In FIG. 6A, a first commutation state is shown. The clusters 302 are connected in series to the higher voltage network. To that end, the higher voltage switch 304a is closed and the lower voltage network switch 304b is open. The parallel connection switches 304c are also open. Within the cells 402, the connecting cell switch 406a in the connecting cell 402a is closed, and the clusters 302 are therefore arranged in series. The series connecting switches 406b in the series connected cells 402b are also closed and the intermediate switch 406c of the series connected cells 402b is open: therefore, the capacitors404 within each cluster 302 are also connected in series.

As can be seen from the bold black line, this forms a connection between the positive and negative higher voltage dc terminals 306a, 306b where all of the capacitors 404 in all of the cells 402 are arranged in series.

The second commutation state, in which the converter is connected to the lower voltage dc network, is shown in FIG. 6F. However, various intermediate commutation states are now described with reference to FIG. 6B to 6E

A first intermediate commutation state is shown in FIG. 6B. It will be noted that both network switches 304a and 304b are now open, so the converter 300a is not connected to either network. In addition, the connecting cell switches 406a in the connecting cells 402a are open. Otherwise, the commutation states of the switches 304, 406 remain unchanged from those shown in FIG. 6A. In this state, the series connection between the clusters 302 has been interrupted by the opening of the connecting cell switch 406a, but the series connection of the capacitors 404 within each cluster 302 remains. As will be appreciated, once the connection with both networks has been broken, the voltage across the connecting cell switch 406a should be zero or low, as the capacitors 404 should be balanced. Therefore, opening the connecting cell switches 406a during this period allows for a zero, or low, voltage commutation of these switches 406a. As this low/zero voltage state may not be seen in subsequent switching states, it is desirable to operate these switches at this point in the cycle (although, as will be appreciated, not essential if the switches 406a are rated sufficiently highly).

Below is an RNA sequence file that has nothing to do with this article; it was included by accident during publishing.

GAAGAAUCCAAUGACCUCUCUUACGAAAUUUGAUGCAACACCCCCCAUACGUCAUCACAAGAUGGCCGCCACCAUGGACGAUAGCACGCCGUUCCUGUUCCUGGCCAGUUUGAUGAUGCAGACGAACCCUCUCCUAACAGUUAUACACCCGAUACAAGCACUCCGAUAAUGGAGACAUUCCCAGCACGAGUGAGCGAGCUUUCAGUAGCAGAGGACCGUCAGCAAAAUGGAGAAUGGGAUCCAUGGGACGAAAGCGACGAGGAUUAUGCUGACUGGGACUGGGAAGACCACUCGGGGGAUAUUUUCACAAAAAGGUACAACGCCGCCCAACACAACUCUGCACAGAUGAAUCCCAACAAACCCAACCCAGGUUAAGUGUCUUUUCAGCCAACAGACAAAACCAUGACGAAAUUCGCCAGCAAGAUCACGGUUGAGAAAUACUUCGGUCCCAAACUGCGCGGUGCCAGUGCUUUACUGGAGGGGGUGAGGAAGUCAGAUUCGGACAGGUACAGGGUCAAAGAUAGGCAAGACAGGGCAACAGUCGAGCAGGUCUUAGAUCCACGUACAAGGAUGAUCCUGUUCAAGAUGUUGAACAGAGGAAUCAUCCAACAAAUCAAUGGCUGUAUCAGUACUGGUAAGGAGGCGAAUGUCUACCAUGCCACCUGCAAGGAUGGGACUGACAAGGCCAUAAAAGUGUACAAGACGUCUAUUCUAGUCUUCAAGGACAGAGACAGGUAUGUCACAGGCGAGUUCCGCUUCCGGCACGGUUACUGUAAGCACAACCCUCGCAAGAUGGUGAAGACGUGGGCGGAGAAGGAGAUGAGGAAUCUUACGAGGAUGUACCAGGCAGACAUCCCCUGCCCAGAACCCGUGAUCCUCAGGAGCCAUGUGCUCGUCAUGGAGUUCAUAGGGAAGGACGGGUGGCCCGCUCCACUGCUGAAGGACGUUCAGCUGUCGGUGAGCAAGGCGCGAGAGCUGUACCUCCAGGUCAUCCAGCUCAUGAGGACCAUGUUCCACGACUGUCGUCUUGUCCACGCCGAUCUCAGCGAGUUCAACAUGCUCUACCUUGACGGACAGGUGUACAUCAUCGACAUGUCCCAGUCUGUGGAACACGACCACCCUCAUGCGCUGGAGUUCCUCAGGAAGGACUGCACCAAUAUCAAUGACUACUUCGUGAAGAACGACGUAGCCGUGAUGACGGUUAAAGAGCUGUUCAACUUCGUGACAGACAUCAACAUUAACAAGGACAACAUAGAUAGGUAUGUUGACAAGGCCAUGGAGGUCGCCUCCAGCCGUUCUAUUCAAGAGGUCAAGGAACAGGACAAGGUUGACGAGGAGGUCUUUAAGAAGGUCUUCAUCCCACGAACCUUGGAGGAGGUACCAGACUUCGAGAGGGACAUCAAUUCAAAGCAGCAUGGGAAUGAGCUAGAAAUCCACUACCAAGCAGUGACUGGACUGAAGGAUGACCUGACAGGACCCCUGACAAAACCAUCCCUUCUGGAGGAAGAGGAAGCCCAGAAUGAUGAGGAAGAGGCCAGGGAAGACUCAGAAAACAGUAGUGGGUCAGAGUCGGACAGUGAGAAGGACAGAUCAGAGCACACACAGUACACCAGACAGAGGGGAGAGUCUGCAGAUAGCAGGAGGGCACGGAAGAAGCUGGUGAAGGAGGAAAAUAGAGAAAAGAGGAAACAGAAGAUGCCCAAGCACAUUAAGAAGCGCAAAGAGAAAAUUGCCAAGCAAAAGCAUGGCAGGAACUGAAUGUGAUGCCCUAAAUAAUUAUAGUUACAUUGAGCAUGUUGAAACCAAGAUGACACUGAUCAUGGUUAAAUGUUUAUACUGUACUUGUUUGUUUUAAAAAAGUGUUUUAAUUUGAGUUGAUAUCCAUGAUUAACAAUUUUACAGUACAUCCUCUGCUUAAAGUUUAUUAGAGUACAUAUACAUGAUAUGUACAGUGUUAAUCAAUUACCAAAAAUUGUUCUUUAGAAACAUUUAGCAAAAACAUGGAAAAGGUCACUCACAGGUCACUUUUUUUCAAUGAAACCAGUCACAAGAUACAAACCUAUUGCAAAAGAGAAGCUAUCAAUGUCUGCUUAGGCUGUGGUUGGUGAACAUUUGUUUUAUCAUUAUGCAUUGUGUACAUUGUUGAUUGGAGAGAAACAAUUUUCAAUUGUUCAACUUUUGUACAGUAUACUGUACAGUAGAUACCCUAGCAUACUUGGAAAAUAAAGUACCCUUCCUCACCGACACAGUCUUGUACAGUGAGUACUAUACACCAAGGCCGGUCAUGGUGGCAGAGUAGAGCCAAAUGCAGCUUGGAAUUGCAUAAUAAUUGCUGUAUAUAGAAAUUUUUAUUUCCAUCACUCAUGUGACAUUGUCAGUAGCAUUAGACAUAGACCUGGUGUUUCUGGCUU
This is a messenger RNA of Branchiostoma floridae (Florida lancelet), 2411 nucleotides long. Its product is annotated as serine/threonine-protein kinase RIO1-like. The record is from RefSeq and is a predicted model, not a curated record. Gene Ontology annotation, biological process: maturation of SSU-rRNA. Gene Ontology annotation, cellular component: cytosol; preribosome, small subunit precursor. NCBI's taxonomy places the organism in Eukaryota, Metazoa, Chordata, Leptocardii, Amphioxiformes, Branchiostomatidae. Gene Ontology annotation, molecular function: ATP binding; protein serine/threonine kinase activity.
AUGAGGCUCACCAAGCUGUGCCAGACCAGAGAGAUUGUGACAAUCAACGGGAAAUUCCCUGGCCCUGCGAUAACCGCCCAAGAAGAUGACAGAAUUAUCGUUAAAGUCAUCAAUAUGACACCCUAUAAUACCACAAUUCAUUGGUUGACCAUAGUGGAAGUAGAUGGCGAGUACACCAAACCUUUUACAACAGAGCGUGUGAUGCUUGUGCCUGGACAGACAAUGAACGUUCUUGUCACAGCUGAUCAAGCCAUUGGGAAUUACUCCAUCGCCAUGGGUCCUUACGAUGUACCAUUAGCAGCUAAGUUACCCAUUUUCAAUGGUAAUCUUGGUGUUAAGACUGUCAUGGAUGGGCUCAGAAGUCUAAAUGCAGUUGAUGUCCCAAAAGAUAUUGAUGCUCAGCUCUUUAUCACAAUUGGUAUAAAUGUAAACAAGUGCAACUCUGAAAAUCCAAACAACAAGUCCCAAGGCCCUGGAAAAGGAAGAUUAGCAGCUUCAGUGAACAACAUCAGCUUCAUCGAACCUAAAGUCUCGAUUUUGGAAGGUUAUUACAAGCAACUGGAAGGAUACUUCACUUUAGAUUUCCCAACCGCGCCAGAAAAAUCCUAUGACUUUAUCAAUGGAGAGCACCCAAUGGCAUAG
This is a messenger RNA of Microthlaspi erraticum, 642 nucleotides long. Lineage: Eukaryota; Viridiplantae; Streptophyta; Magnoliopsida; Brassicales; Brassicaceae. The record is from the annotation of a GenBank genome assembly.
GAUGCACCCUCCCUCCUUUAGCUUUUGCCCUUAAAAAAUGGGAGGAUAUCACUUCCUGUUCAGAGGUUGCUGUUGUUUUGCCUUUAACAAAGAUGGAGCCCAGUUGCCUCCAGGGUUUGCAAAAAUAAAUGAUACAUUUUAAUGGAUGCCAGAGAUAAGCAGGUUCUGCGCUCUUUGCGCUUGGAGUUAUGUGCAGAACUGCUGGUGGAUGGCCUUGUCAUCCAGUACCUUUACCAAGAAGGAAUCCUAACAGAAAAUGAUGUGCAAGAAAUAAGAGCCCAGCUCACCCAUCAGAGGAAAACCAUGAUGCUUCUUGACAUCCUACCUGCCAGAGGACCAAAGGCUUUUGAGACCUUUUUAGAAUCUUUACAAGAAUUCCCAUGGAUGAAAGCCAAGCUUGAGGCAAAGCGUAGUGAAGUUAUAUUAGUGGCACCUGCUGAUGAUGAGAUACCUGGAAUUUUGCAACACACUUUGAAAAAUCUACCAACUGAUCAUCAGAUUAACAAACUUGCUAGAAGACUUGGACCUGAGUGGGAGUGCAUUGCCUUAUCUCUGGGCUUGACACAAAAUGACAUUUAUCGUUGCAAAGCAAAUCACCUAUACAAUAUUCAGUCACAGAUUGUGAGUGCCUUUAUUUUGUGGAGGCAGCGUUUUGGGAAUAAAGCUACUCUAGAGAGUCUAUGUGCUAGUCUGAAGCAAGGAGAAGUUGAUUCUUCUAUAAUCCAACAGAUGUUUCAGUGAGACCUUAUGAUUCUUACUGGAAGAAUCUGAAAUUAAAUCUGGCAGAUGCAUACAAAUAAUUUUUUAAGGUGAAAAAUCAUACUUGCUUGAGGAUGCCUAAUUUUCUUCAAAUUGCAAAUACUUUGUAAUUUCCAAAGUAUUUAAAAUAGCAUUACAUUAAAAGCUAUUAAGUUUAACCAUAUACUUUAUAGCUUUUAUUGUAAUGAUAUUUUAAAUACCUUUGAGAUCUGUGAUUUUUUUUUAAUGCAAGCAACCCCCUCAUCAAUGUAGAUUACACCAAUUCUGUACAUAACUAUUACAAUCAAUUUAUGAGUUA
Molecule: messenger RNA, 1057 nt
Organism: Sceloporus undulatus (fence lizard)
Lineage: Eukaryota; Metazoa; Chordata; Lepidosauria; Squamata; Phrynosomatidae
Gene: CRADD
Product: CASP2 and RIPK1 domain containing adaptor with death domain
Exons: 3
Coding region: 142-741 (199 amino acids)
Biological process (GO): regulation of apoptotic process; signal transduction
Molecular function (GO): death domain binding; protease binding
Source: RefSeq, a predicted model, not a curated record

A second intermediate commutation state is shown in FIG. 6C. Both network switches 304a and 304b remain open, as do connecting cell switches 406a in the connecting cells 402a. However, the switching positions within the series connected cells 402b are reversed: the series connecting switches 406b are open and the intermediate switches 406c of the series connected cells 402b are closed. Therefore, the series connection of the capacitors 404 within each cluster 302 has been interrupted in order to reduce the voltage across the parallel connecting switches 304c. Indeed, in this commutation state, no two capacitors 404 are connected in series. The capacitors 404 act to clamp the voltage within each cell so that, at most, the voltage across a switch 406b, 406c in this operation is the voltage across one of the capacitors 404.

In FIG. 6D, the lower voltage network switch 304b is closed, as are the parallel connection switches 304c. Such switching has taken place at relatively low voltage—at most the combined voltage of the capacitors in a module—thanks to the configuration assumed in FIG. 6C. However, the connection across the lower voltage network is not complete as the connecting cell switches 406a in the connecting cells 402a remain open. As in FIG. 6C, the series connecting switches 406b are open and the intermediate switches 406c of the series connected cells 402b are closed. As in FIG. 6C, no two capacitors 404 are connected in series.

In FIG. 6E, the switching positions within the series connected cells 402b is again reversed such that the series connecting switches 406b are closed and the intermediate switches 406c of the series connected cells 402b are open (the capacitors 404 again acting to clamp the voltage in each cell to the voltage across a cell capacitor 404). The series connection of capacitors 404 within each cluster 302 has therefore been restored. The connecting cell switches 406a in both connecting cells 402a remain open, however, so the clusters 302 remain isolated from one another (and are also disconnected from the lower voltage terminals).